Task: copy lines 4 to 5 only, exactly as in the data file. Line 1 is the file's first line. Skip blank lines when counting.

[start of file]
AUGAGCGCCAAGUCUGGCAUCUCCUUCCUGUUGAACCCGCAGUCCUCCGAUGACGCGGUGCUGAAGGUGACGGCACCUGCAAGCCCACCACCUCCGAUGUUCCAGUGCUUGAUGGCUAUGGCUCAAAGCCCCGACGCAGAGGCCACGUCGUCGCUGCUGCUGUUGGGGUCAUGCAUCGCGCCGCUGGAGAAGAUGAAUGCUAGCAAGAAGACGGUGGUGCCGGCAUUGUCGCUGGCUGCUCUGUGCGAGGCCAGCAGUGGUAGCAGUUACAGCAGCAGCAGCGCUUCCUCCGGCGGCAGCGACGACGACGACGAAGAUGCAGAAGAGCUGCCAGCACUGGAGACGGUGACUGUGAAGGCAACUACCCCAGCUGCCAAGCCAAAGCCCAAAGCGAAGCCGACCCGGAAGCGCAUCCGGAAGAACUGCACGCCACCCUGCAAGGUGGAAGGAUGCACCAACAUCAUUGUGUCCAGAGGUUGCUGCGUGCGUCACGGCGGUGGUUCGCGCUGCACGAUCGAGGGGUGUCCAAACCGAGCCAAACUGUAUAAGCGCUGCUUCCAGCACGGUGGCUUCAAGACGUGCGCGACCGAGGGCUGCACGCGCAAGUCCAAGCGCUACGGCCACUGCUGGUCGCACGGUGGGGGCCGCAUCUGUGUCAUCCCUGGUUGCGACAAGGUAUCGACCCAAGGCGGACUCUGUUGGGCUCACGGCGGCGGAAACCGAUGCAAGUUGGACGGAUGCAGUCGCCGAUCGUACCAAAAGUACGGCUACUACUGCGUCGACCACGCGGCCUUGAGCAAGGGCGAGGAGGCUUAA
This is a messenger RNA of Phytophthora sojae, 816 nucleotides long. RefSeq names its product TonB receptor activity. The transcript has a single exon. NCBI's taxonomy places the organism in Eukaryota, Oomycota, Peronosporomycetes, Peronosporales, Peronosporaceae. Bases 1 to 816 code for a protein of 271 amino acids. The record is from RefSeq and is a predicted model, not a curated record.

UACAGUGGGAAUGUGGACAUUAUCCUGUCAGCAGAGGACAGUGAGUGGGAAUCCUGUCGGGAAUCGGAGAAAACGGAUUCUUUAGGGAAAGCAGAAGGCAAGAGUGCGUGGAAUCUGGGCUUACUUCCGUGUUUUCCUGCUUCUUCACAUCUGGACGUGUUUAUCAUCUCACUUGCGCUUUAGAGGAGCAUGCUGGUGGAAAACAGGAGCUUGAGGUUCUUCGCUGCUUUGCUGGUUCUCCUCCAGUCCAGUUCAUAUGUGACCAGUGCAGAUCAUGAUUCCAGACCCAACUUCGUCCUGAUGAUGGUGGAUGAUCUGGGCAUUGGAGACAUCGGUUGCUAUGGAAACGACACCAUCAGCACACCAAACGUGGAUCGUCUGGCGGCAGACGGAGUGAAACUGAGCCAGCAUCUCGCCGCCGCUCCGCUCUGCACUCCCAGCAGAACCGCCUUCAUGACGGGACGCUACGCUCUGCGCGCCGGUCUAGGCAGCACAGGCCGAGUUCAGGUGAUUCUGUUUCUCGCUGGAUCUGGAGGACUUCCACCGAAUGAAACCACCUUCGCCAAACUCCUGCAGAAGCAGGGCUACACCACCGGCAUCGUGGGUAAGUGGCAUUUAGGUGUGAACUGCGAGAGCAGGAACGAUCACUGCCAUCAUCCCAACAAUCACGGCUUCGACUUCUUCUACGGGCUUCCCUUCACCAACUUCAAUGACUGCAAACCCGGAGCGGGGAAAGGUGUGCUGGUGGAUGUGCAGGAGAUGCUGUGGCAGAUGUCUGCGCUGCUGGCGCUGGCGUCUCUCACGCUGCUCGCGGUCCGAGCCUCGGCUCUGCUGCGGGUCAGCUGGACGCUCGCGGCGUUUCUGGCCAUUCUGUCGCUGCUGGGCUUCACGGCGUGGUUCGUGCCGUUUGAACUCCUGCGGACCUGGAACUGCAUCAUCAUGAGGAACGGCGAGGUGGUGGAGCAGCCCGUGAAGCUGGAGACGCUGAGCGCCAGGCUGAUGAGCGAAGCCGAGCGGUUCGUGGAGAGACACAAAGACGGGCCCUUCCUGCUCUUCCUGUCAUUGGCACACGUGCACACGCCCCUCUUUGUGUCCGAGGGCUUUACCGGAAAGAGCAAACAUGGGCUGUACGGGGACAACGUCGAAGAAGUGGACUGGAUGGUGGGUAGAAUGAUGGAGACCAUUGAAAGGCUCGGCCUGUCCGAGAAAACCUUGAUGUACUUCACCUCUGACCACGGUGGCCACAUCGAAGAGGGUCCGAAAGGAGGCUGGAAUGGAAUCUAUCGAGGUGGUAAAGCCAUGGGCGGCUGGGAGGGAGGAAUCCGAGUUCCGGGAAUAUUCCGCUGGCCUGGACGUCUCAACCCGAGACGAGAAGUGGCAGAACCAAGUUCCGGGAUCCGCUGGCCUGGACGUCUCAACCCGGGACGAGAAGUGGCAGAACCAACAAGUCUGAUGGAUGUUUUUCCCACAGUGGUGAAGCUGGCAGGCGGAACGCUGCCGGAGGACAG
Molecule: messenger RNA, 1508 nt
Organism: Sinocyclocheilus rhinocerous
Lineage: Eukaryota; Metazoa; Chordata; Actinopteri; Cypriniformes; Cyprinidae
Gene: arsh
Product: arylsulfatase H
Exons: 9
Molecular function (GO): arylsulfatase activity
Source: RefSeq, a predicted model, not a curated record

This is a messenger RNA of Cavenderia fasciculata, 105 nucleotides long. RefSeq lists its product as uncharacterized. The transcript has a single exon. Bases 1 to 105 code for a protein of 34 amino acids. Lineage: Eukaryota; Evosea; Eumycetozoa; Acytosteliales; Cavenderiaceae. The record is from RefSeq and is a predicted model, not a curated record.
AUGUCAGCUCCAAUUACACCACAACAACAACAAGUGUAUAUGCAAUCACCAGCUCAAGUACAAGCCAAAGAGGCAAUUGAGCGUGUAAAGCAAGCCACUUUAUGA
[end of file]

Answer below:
Molecule: messenger RNA, 1508 nt
Organism: Sinocyclocheilus rhinocerous